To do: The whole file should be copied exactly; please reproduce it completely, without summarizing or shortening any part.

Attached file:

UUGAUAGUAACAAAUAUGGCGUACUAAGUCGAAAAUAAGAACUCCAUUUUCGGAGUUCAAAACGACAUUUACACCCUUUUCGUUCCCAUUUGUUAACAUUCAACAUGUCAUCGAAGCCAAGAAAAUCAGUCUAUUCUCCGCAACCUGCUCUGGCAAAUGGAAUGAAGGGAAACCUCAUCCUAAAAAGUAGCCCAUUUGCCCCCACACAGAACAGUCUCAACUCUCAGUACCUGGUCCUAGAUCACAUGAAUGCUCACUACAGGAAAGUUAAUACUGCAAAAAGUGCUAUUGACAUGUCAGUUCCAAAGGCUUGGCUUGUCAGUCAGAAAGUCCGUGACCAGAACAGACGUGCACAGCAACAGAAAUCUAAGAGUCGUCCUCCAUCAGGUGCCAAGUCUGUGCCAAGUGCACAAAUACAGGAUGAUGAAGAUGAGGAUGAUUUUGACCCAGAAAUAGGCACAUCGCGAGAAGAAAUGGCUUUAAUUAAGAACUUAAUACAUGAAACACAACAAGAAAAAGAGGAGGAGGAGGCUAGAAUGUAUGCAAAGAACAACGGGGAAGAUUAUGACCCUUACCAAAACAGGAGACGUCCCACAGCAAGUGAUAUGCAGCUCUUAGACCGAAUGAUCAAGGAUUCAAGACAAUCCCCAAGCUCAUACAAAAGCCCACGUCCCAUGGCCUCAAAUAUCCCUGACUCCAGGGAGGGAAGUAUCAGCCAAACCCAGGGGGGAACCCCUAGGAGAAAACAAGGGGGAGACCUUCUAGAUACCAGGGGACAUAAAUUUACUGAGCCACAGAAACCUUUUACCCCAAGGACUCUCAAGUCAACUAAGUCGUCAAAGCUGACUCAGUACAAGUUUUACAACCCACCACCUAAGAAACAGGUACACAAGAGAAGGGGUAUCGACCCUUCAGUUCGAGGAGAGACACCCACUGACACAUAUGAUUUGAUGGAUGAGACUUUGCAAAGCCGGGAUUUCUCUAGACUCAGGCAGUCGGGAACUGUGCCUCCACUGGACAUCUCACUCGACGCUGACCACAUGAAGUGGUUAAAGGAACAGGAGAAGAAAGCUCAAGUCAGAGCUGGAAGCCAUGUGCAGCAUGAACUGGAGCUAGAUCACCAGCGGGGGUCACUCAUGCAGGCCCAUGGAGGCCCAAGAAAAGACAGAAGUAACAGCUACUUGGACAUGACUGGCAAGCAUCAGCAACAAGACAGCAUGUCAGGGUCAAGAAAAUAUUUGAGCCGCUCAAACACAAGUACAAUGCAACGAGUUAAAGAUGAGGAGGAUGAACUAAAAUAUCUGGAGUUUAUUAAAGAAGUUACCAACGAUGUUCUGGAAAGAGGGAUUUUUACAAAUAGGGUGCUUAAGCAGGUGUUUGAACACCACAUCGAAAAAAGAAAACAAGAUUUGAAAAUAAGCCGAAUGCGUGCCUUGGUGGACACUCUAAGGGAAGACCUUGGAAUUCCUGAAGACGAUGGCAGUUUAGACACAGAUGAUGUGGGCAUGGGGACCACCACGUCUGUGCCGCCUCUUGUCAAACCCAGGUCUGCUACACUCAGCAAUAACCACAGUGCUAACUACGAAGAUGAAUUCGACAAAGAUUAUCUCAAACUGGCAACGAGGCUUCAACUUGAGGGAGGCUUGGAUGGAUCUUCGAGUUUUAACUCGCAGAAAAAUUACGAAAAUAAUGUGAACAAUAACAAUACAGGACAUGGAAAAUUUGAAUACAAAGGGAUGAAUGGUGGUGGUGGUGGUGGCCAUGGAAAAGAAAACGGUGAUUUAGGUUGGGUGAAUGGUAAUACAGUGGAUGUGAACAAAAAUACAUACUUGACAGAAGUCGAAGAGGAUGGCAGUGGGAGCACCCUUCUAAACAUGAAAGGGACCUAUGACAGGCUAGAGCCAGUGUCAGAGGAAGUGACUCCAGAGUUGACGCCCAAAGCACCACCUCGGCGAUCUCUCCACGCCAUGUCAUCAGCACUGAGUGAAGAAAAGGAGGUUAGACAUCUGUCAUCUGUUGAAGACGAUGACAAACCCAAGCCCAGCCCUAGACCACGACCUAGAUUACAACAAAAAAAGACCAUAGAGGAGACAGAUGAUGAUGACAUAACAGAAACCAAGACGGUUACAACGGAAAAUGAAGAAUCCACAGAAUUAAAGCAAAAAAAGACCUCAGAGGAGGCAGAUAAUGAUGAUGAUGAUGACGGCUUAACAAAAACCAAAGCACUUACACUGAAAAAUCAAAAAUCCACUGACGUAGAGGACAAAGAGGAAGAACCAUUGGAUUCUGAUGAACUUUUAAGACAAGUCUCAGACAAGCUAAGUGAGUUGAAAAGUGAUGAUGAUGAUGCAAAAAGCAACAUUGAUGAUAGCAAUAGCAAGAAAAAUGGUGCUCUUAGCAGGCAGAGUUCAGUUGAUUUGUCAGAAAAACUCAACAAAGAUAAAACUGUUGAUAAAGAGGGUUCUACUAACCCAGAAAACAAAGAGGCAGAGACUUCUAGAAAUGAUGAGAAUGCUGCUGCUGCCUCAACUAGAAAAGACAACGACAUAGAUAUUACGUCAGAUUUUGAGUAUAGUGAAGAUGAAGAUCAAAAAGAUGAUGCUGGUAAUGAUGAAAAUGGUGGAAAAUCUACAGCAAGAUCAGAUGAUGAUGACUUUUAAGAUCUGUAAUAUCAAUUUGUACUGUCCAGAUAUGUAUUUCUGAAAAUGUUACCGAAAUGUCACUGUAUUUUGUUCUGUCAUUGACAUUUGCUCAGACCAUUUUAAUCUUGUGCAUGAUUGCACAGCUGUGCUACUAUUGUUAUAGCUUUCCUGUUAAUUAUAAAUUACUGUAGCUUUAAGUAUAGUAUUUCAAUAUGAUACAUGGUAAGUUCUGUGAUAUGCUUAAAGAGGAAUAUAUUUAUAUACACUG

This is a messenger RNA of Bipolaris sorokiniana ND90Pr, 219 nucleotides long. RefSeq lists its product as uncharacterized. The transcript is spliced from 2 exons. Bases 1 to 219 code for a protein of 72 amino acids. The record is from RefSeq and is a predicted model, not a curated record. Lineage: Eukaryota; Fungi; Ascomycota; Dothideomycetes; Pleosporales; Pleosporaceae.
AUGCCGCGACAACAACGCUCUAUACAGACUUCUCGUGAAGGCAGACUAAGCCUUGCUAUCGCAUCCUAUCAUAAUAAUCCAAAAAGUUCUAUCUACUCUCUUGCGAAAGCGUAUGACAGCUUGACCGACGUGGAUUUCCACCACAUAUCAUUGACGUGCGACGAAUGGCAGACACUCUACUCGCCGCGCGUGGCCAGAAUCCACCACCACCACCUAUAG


UUGAUAGUAACAAAUAUGGCGUACUAAGUCGAAAAUAAGAACUCCAUUUUCGGAGUUCAAAACGACAUUUACACCCUUUUCGUUCCCAUUUGUUAACAUUCAACAUGUCAUCGAAGCCAAGAAAAUCAGUCUAUUCUCCGCAACCUGCUCUGGCAAAUGGAAUGAAGGGAAACCUCAUCCUAAAAAGUAGCCCAUUUGCCCCCACACAGAACAGUCUCAACUCUCAGUACCUGGUCCUAGAUCACAUGAAUGCUCACUACAGGAAAGUUAAUACUGCAAAAAGUGCUAUUGACAUGUCAGUUCCAAAGGCUUGGCUUGUCAGUCAGAAAGUCCGUGACCAGAACAGACGUGCACAGCAACAGAAAUCUAAGAGUCGUCCUCCAUCAGGUGCCAAGUCUGUGCCAAGUGCACAAAUACAGGAUGAUGAAGAUGAGGAUGAUUUUGACCCAGAAAUAGGCACAUCGCGAGAAGAAAUGGCUUUAAUUAAGAACUUAAUACAUGAAACACAACAAGAAAAAGAGGAGGAGGAGGCUAGAAUGUAUGCAAAGAACAACGGGGAAGAUUAUGACCCUUACCAAAACAGGAGACGUCCCACAGCAAGUGAUAUGCAGCUCUUAGACCGAAUGAUCAAGGAUUCAAGACAAUCCCCAAGCUCAUACAAAAGCCCACGUCCCAUGGCCUCAAAUAUCCCUGACUCCAGGGAGGGAAGUAUCAGCCAAACCCAGGGGGGAACCCCUAGGAGAAAACAAGGGGGAGACCUUCUAGAUACCAGGGGACAUAAAUUUACUGAGCCACAGAAACCUUUUACCCCAAGGACUCUCAAGUCAACUAAGUCGUCAAAGCUGACUCAGUACAAGUUUUACAACCCACCACCUAAGAAACAGGUACACAAGAGAAGGGGUAUCGACCCUUCAGUUCGAGGAGAGACACCCACUGACACAUAUGAUUUGAUGGAUGAGACUUUGCAAAGCCGGGAUUUCUCUAGACUCAGGCAGUCGGGAACUGUGCCUCCACUGGACAUCUCACUCGACGCUGACCACAUGAAGUGGUUAAAGGAACAGGAGAAGAAAGCUCAAGUCAGAGCUGGAAGCCAUGUGCAGCAUGAACUGGAGCUAGAUCACCAGCGGGGGUCACUCAUGCAGGCCCAUGGAGGCCCAAGAAAAGACAGAAGUAACAGCUACUUGGACAUGACUGGCAAGCAUCAGCAACAAGACAGCAUGUCAGGGUCAAGAAAAUAUUUGAGCCGCUCAAACACAAGUACAAUGCAACGAGUUAAAGAUGAGGAGGAUGAACUAAAAUAUCUGGAGUUUAUUAAAGAAGUUACCAACGAUGUUCUGGAAAGAGGGAUUUUUACAAAUAGGGUGCUUAAGCAGGUGUUUGAACACCACAUCGAAAAAAGAAAACAAGAUUUGAAAAUAAGCCGAAUGCGUGCCUUGGUGGACACUCUAAGGGAAGACCUUGGAAUUCCUGAAGACGAUGGCAGUUUAGACACAGAUGAUGUGGGCAUGGGGACCACCACGUCUGUGCCGCCUCUUGUCAAACCCAGGUCUGCUACACUCAGCAAUAACCACAGUGCUAACUACGAAGAUGAAUUCGACAAAGAUUAUCUCAAACUGGCAACGAGGCUUCAACUUGAGGGAGGCUUGGAUGGAUCUUCGAGUUUUAACUCGCAGAAAAAUUACGAAAAUAAUGUGAACAAUAACAAUACAGGACAUGGAAAAUUUGAAUACAAAGGGAUGAAUGGUGGUGGUGGUGGUGGCCAUGGAAAAGAAAACGGUGAUUUAGGUUGGGUGAAUGGUAAUACAGUGGAUGUGAACAAAAAUACAUACUUGACAGAAGUCGAAGAGGAUGGCAGUGGGAGCACCCUUCUAAACAUGAAAGGGACCUAUGACAGGCUAGAGCCAGUGUCAGAGGAAGUGACUCCAGAGUUGACGCCCAAAGCACCACCUCGGCGAUCUCUCCACGCCAUGUCAUCAGCACUGAGUGAAGAAAAGGAGGUUAGACAUCUGUCAUCUGUUGAAGACGAUGACAAACCCAAGCCCAGCCCUAGACCACGACCUAGAUUACAACAAAAAAAGACCAUAGAGGAGACAGAUGAUGAUGACAUAACAGAAACCAAGACGGUUACAACGGAAAAUGAAGAAUCCACAGAAUUAAAGCAAAAAAAGACCUCAGAGGAGGCAGAUAAUGAUGAUGAUGAUGACGGCUUAACAAAAACCAAAGCACUUACACUGAAAAAUCAAAAAUCCACUGACGUAGAGGACAAAGAGGAAGAACCAUUGGAUUCUGAUGAACUUUUAAGACAAGUCUCAGACAAGCUAAGUGAGUUGAAAAGUGAUGAUGAUGAUGCAAAAAGCAACAUUGAUGAUAGCAAUAGCAAGAAAAAUGGUGCUCUUAGCAGGCAGAGUUCAGUUGAUUUGUCAGAAAAACUCAACAAAGAUAAAACUGUUGAUAAAGAGGGUUCUACUAACCCAGAAAACAAAGAGGCAGAGACUUCUAGAAAUGAUGAGAAUGCUGCUGCUGCCUCAACUAGAAAAGACAACGACAUAGAUAUUACGUCAGAUUUUGAGUAUAGUGAAGAUGAAGAUCAAAAAGAUGAUGCUGGUAAUGAUGAAAAUGGUGGAAAAUCUACAGCAAGAUCAGAUGAUGAUGACUUUUAAGAUCUGUAAUAUCAAUUUGUACUGUCCAGAUAUGUAUUUCUGAAAAUGUUACCGAAAUGUCACUGUAUUUUGUUCUGUCAUUGACAUUUGCUCAGACCAUUUUAAUCUUGUGCAUGAUUGCACAGCUGUGCUACUAUUGUUAUAGCUUUCCUGUUAAUUAUAAAUUACUGUAGCUUUAAGUAUAGUAUUUCAAUAUGAUACAUGGUAAGUUCUGUGAUAUGCUUAAAGAGGAAUAUAUUUAUAUACACUG

This is a messenger RNA of Bipolaris sorokiniana ND90Pr, 219 nucleotides long. RefSeq lists its product as uncharacterized. The transcript is spliced from 2 exons. Bases 1 to 219 code for a protein of 72 amino acids. The record is from RefSeq and is a predicted model, not a curated record. Lineage: Eukaryota; Fungi; Ascomycota; Dothideomycetes; Pleosporales; Pleosporaceae.
AUGCCGCGACAACAACGCUCUAUACAGACUUCUCGUGAAGGCAGACUAAGCCUUGCUAUCGCAUCCUAUCAUAAUAAUCCAAAAAGUUCUAUCUACUCUCUUGCGAAAGCGUAUGACAGCUUGACCGACGUGGAUUUCCACCACAUAUCAUUGACGUGCGACGAAUGGCAGACACUCUACUCGCCGCGCGUGGCCAGAAUCCACCACCACCACCUAUAG